Robert Fisk: The Arabs will ensure they receive a political reward for their support
ININ NOTE: Arabs should learn from their history. The west betrayed them
before (many times) after making them many promises, and the west will do
Robert Fisk: The Arabs will ensure they receive a political reward for
04 October 2001
The United States Defence Secretary, Donald Rumsfeld, heads for the Middle
East and President George Bush discovers that, even before 11 September, a
Palestinian state had been part of his "vision" of the Middle East.
Could it be that the Americans are quietly acknowledging that their
policies in the region might, just might, have something to do with the
atrocities in New York and Washington? Of course, it could be just
realpolitik. When President Bush's father wanted to maintain a
Western-Arab alliance against Iraq in 1991, he decided to resolve the
Middle East conflict, calling Arabs and Israeli leaders to a "peace"
conference in Madrid. Anxious to create a new consensus with Arab nations
in advance of his strike at Osama bin Laden and the Taliban, Mr Bush Jnr
now says that "the idea of a Palestinian state has always been part of a
vision, so long as the right to Israel to exist is respected". Which would
have been much more impressive a statement had it been made before 11
September. But it wasn't.
Arab states, of course, have been making it clear for more than a week
that their support for Mr Bush's "war on terrorism" was conditional; in
return, the US would have to promise a resolution of the
Israeli-Palestinian struggle, meet the Palestinian chairman, Yasser
Arafat, preferably at the UN in New York, and discuss an end to the
sanctions against Iraq which have killed, according to some UN as well as
Arab estimates, hundreds of thousands of children. The fact that these are
two of the four demands repeatedly made by Osama bin Laden is, needless to
say, not mentioned.
The Arabs are in an odd situation: aware of Washington's desperate need
for their support, both political and military America needs Saudi
Arabia's airbases they can demand a return on their help. But they are
also aware that Arab Muslims were responsible for the crimes against
humanity on 11 September. The "Muslim" bit may be questionable, but that's
what the mass murderers of New York and Washington claimed to be, and it
appears, at least, that more than half the killers were Saudis. The Arabs,
in other words, feel power and remorse in about equal measure. Power is
likely to be the winner: they want a political reward for their support in
the "war against terrorism".
So far, only fringe groups in the Middle East have provided some
contextual criticism of America's policies. Sayed Hassan Nasrallah, the
secretary general of the Hizbollah guerrilla movement in Lebanon, claims
the US "needs a vague enemy to justify the internationalisation of this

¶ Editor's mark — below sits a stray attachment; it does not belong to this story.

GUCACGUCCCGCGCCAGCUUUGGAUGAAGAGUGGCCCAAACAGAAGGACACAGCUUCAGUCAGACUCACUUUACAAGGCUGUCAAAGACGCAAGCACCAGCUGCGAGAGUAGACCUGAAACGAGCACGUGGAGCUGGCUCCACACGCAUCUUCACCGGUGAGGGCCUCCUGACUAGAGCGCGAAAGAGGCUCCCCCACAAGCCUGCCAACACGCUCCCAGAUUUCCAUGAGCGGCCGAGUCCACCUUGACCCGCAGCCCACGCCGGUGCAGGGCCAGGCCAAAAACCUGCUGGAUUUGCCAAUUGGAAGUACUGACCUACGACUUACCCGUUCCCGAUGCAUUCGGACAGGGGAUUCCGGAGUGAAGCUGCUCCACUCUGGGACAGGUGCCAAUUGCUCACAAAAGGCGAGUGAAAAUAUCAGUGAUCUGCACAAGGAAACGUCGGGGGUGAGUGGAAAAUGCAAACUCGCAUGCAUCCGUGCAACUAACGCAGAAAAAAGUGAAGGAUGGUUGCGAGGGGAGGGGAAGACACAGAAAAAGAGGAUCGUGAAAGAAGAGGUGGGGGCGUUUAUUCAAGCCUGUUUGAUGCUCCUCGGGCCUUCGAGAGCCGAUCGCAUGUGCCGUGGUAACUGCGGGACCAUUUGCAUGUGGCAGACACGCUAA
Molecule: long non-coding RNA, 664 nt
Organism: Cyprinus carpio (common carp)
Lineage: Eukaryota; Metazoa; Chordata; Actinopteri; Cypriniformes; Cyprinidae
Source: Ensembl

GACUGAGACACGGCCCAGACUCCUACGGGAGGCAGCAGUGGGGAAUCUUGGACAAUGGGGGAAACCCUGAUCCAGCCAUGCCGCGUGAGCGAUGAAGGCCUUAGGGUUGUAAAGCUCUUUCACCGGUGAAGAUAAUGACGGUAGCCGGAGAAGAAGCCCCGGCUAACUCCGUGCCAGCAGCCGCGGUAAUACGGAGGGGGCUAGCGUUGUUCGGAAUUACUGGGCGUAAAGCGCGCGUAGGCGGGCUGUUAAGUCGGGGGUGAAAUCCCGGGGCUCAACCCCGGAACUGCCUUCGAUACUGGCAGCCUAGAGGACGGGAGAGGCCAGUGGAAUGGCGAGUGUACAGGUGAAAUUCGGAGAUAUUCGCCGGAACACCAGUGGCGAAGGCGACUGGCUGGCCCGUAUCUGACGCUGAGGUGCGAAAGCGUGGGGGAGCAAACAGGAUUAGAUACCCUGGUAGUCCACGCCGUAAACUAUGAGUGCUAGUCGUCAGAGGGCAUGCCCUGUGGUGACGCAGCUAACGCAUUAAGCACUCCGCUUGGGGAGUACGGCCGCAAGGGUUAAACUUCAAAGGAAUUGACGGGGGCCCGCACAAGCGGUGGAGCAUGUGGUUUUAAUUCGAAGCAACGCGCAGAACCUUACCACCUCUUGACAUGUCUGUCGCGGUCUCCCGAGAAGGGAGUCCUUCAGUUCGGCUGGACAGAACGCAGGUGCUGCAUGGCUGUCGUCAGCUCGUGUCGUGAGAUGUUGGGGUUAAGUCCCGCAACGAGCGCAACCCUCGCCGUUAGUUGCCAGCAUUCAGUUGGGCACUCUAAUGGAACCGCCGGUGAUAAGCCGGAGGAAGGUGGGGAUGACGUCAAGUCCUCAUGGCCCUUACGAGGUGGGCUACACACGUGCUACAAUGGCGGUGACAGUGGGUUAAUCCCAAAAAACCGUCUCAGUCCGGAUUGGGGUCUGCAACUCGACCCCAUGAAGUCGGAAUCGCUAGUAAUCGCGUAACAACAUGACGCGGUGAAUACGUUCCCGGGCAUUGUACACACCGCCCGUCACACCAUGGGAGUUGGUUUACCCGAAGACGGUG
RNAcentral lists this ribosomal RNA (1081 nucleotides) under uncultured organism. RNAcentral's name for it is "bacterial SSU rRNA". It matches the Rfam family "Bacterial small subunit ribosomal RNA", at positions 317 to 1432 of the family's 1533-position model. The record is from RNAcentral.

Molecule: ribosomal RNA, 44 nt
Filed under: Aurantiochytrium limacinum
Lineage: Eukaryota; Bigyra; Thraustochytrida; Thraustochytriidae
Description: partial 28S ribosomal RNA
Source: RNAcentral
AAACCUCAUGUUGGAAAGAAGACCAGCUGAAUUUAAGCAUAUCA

war" because "America is afraid to clearly define 'terrorism' to prevent
it from being held accountable for its own actions." Back in 1983,
Washington blamed the Hizbollah's satellite groups, Islamic Jihad and
others, for the bombing of the US embassy in Beirut, the destruction of
the US marine base in Beirut with its 241 American dead and numerous
kidnappings of US citizens.
The Hizbollah are anxious to steer clear of any residual American demands
for justice. Hence Mr Nasrallah's references to a "vague enemy" and the
need to "define" terrorism. For if the Hizbollah can be classified as a
"resistance" group, as the State Department now categorises it, it is
safe. If its somewhat grimy past is taken into account, Hizbollah leaders
could find themselves on the list of "Wanted, Dead or Alive" along with Mr
Already, the Israelis are insisting that Imad Mougnieh, a Hizbollah
"sympathiser" in the narrowest definition of the word, should be an
American target because he allegedly conducted most of the kidnappings of
Westerners in the mid-Eighties and may have been behind the bombing of the
US embassy in Beirut. Ariel Sharon, the Israeli Prime Minister, has long
called Lebanon "the centre of world terror", a fact that obviously escaped
Luciano Pavarotti, Richard Branson, Elton John and other personalities who
recently visited Lebanon.
Most Arab newspaper commentators, boring though they usually are, insist
the UN should lead a "war on terror". And it was a former Lebanese prime
minister, Selim Hoss, as unloved as he is honest, who said yesterday that
Arabs should themselves undertake "a wide campaign to fight terrorism
under the UN umbrella". Why, Mr Hoss asked, "isn't international terrorism
being fought with the weapon of international law?"
The issue is further complicated by continuing Arab demands that Mr Sharon
should be tried by an international court for his role as Israeli Defence
Minister during the 1982 Sabra and Chatila Palestinian camp massacres
which cost the lives of up to 1,800 civilians. Although the fatalities
were only a quarter of the dead so far accounted for in New York and
Washington, they are a constant reminder that "terrorism" is a charge that
can be levelled against America's allies as well as its enemies in the
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